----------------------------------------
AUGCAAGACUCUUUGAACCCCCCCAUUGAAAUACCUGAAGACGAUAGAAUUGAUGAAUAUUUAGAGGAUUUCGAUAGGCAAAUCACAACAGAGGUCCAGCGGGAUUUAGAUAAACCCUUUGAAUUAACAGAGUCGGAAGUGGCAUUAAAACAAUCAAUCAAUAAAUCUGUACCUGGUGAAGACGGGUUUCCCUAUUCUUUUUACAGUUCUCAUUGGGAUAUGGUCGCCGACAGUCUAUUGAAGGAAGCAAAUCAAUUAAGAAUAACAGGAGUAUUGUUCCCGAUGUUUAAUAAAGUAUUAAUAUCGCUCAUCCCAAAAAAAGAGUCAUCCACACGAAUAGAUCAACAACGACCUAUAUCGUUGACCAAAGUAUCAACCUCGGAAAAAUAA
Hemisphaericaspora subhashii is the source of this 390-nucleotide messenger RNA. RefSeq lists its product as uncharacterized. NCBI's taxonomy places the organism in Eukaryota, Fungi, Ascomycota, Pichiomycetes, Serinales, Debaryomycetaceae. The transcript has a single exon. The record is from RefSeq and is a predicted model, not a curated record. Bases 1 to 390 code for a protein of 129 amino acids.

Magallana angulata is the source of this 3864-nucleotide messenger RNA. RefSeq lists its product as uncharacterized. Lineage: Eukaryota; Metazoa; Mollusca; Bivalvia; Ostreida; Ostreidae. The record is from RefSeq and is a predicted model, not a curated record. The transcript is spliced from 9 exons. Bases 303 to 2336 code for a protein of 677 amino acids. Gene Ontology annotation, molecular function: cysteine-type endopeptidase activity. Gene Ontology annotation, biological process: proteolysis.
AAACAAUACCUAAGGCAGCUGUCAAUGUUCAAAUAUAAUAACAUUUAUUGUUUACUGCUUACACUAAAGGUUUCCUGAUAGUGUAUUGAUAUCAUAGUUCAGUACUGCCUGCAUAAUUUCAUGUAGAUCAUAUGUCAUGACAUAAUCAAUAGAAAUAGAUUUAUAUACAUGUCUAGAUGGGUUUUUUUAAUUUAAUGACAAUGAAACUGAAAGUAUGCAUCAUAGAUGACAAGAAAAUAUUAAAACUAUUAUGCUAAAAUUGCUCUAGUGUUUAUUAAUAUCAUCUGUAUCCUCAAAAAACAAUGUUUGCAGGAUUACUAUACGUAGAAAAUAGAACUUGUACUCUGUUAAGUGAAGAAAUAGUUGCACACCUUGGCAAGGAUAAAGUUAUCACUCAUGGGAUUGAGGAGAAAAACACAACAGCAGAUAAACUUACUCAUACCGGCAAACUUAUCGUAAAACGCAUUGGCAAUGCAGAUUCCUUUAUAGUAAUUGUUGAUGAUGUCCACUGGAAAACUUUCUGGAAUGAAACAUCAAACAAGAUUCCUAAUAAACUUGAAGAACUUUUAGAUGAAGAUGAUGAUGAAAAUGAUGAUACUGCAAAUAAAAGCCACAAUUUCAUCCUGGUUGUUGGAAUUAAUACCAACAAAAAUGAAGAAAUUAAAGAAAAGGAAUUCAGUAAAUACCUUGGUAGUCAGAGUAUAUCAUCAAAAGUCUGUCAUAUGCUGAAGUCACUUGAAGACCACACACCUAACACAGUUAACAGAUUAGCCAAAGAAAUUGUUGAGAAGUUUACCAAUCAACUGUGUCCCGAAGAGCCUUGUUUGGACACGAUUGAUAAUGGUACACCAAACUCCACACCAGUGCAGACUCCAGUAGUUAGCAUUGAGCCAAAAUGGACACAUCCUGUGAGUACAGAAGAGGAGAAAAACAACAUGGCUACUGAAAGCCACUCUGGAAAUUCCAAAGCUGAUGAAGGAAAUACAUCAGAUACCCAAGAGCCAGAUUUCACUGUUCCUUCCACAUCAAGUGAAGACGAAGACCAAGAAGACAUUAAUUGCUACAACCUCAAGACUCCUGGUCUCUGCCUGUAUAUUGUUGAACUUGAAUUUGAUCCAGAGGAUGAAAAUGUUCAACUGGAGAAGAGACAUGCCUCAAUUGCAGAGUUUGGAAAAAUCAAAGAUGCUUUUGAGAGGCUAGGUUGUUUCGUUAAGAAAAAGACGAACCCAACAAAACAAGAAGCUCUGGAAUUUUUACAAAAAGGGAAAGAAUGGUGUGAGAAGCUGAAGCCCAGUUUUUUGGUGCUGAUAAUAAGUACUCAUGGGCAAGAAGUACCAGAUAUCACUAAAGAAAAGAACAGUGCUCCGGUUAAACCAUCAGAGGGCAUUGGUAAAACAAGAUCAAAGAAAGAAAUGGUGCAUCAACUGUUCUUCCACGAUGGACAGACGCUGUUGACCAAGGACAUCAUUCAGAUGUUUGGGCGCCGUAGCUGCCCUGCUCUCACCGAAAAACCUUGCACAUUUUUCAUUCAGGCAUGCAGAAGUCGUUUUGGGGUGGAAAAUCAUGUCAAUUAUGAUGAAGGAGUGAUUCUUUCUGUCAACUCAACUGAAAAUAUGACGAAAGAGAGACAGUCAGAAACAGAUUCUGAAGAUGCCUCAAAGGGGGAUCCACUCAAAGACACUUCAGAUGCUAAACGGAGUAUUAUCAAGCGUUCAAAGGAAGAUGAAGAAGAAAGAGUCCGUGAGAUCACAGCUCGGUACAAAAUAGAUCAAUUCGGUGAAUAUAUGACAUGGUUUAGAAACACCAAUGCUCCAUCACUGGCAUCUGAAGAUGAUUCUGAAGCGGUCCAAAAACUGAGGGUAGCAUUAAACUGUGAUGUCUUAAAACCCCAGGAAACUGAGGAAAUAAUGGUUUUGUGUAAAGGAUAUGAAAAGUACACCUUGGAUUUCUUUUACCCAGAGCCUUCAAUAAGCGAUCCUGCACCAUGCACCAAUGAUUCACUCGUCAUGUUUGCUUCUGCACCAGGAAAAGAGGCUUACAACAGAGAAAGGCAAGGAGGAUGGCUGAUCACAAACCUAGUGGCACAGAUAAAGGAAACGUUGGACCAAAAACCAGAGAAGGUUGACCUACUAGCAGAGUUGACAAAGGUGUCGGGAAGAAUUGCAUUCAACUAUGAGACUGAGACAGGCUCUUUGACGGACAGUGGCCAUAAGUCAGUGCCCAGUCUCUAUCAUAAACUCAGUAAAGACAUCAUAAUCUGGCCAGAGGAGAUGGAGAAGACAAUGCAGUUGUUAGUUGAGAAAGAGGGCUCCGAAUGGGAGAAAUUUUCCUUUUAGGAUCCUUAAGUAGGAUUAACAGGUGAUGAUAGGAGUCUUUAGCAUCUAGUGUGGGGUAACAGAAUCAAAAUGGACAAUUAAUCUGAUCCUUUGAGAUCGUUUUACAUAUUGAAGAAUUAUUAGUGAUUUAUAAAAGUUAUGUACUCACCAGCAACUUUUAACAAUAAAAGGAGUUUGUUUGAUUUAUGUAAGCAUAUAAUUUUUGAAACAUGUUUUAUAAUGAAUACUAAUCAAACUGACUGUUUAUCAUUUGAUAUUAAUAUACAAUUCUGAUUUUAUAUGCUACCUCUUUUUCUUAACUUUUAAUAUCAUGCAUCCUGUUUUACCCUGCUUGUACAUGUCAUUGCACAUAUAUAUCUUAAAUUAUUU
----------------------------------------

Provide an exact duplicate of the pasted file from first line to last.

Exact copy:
AUGCAAGACUCUUUGAACCCCCCCAUUGAAAUACCUGAAGACGAUAGAAUUGAUGAAUAUUUAGAGGAUUUCGAUAGGCAAAUCACAACAGAGGUCCAGCGGGAUUUAGAUAAACCCUUUGAAUUAACAGAGUCGGAAGUGGCAUUAAAACAAUCAAUCAAUAAAUCUGUACCUGGUGAAGACGGGUUUCCCUAUUCUUUUUACAGUUCUCAUUGGGAUAUGGUCGCCGACAGUCUAUUGAAGGAAGCAAAUCAAUUAAGAAUAACAGGAGUAUUGUUCCCGAUGUUUAAUAAAGUAUUAAUAUCGCUCAUCCCAAAAAAAGAGUCAUCCACACGAAUAGAUCAACAACGACCUAUAUCGUUGACCAAAGUAUCAACCUCGGAAAAAUAA
Hemisphaericaspora subhashii is the source of this 390-nucleotide messenger RNA. RefSeq lists its product as uncharacterized. NCBI's taxonomy places the organism in Eukaryota, Fungi, Ascomycota, Pichiomycetes, Serinales, Debaryomycetaceae. The transcript has a single exon. The record is from RefSeq and is a predicted model, not a curated record. Bases 1 to 390 code for a protein of 129 amino acids.

Magallana angulata is the source of this 3864-nucleotide messenger RNA. RefSeq lists its product as uncharacterized. Lineage: Eukaryota; Metazoa; Mollusca; Bivalvia; Ostreida; Ostreidae. The record is from RefSeq and is a predicted model, not a curated record. The transcript is spliced from 9 exons. Bases 303 to 2336 code for a protein of 677 amino acids. Gene Ontology annotation, molecular function: cysteine-type endopeptidase activity. Gene Ontology annotation, biological process: proteolysis.
AAACAAUACCUAAGGCAGCUGUCAAUGUUCAAAUAUAAUAACAUUUAUUGUUUACUGCUUACACUAAAGGUUUCCUGAUAGUGUAUUGAUAUCAUAGUUCAGUACUGCCUGCAUAAUUUCAUGUAGAUCAUAUGUCAUGACAUAAUCAAUAGAAAUAGAUUUAUAUACAUGUCUAGAUGGGUUUUUUUAAUUUAAUGACAAUGAAACUGAAAGUAUGCAUCAUAGAUGACAAGAAAAUAUUAAAACUAUUAUGCUAAAAUUGCUCUAGUGUUUAUUAAUAUCAUCUGUAUCCUCAAAAAACAAUGUUUGCAGGAUUACUAUACGUAGAAAAUAGAACUUGUACUCUGUUAAGUGAAGAAAUAGUUGCACACCUUGGCAAGGAUAAAGUUAUCACUCAUGGGAUUGAGGAGAAAAACACAACAGCAGAUAAACUUACUCAUACCGGCAAACUUAUCGUAAAACGCAUUGGCAAUGCAGAUUCCUUUAUAGUAAUUGUUGAUGAUGUCCACUGGAAAACUUUCUGGAAUGAAACAUCAAACAAGAUUCCUAAUAAACUUGAAGAACUUUUAGAUGAAGAUGAUGAUGAAAAUGAUGAUACUGCAAAUAAAAGCCACAAUUUCAUCCUGGUUGUUGGAAUUAAUACCAACAAAAAUGAAGAAAUUAAAGAAAAGGAAUUCAGUAAAUACCUUGGUAGUCAGAGUAUAUCAUCAAAAGUCUGUCAUAUGCUGAAGUCACUUGAAGACCACACACCUAACACAGUUAACAGAUUAGCCAAAGAAAUUGUUGAGAAGUUUACCAAUCAACUGUGUCCCGAAGAGCCUUGUUUGGACACGAUUGAUAAUGGUACACCAAACUCCACACCAGUGCAGACUCCAGUAGUUAGCAUUGAGCCAAAAUGGACACAUCCUGUGAGUACAGAAGAGGAGAAAAACAACAUGGCUACUGAAAGCCACUCUGGAAAUUCCAAAGCUGAUGAAGGAAAUACAUCAGAUACCCAAGAGCCAGAUUUCACUGUUCCUUCCACAUCAAGUGAAGACGAAGACCAAGAAGACAUUAAUUGCUACAACCUCAAGACUCCUGGUCUCUGCCUGUAUAUUGUUGAACUUGAAUUUGAUCCAGAGGAUGAAAAUGUUCAACUGGAGAAGAGACAUGCCUCAAUUGCAGAGUUUGGAAAAAUCAAAGAUGCUUUUGAGAGGCUAGGUUGUUUCGUUAAGAAAAAGACGAACCCAACAAAACAAGAAGCUCUGGAAUUUUUACAAAAAGGGAAAGAAUGGUGUGAGAAGCUGAAGCCCAGUUUUUUGGUGCUGAUAAUAAGUACUCAUGGGCAAGAAGUACCAGAUAUCACUAAAGAAAAGAACAGUGCUCCGGUUAAACCAUCAGAGGGCAUUGGUAAAACAAGAUCAAAGAAAGAAAUGGUGCAUCAACUGUUCUUCCACGAUGGACAGACGCUGUUGACCAAGGACAUCAUUCAGAUGUUUGGGCGCCGUAGCUGCCCUGCUCUCACCGAAAAACCUUGCACAUUUUUCAUUCAGGCAUGCAGAAGUCGUUUUGGGGUGGAAAAUCAUGUCAAUUAUGAUGAAGGAGUGAUUCUUUCUGUCAACUCAACUGAAAAUAUGACGAAAGAGAGACAGUCAGAAACAGAUUCUGAAGAUGCCUCAAAGGGGGAUCCACUCAAAGACACUUCAGAUGCUAAACGGAGUAUUAUCAAGCGUUCAAAGGAAGAUGAAGAAGAAAGAGUCCGUGAGAUCACAGCUCGGUACAAAAUAGAUCAAUUCGGUGAAUAUAUGACAUGGUUUAGAAACACCAAUGCUCCAUCACUGGCAUCUGAAGAUGAUUCUGAAGCGGUCCAAAAACUGAGGGUAGCAUUAAACUGUGAUGUCUUAAAACCCCAGGAAACUGAGGAAAUAAUGGUUUUGUGUAAAGGAUAUGAAAAGUACACCUUGGAUUUCUUUUACCCAGAGCCUUCAAUAAGCGAUCCUGCACCAUGCACCAAUGAUUCACUCGUCAUGUUUGCUUCUGCACCAGGAAAAGAGGCUUACAACAGAGAAAGGCAAGGAGGAUGGCUGAUCACAAACCUAGUGGCACAGAUAAAGGAAACGUUGGACCAAAAACCAGAGAAGGUUGACCUACUAGCAGAGUUGACAAAGGUGUCGGGAAGAAUUGCAUUCAACUAUGAGACUGAGACAGGCUCUUUGACGGACAGUGGCCAUAAGUCAGUGCCCAGUCUCUAUCAUAAACUCAGUAAAGACAUCAUAAUCUGGCCAGAGGAGAUGGAGAAGACAAUGCAGUUGUUAGUUGAGAAAGAGGGCUCCGAAUGGGAGAAAUUUUCCUUUUAGGAUCCUUAAGUAGGAUUAACAGGUGAUGAUAGGAGUCUUUAGCAUCUAGUGUGGGGUAACAGAAUCAAAAUGGACAAUUAAUCUGAUCCUUUGAGAUCGUUUUACAUAUUGAAGAAUUAUUAGUGAUUUAUAAAAGUUAUGUACUCACCAGCAACUUUUAACAAUAAAAGGAGUUUGUUUGAUUUAUGUAAGCAUAUAAUUUUUGAAACAUGUUUUAUAAUGAAUACUAAUCAAACUGACUGUUUAUCAUUUGAUAUUAAUAUACAAUUCUGAUUUUAUAUGCUACCUCUUUUUCUUAACUUUUAAUAUCAUGCAUCCUGUUUUACCCUGCUUGUACAUGUCAUUGCACAUAUAUAUCUUAAAUUAUUU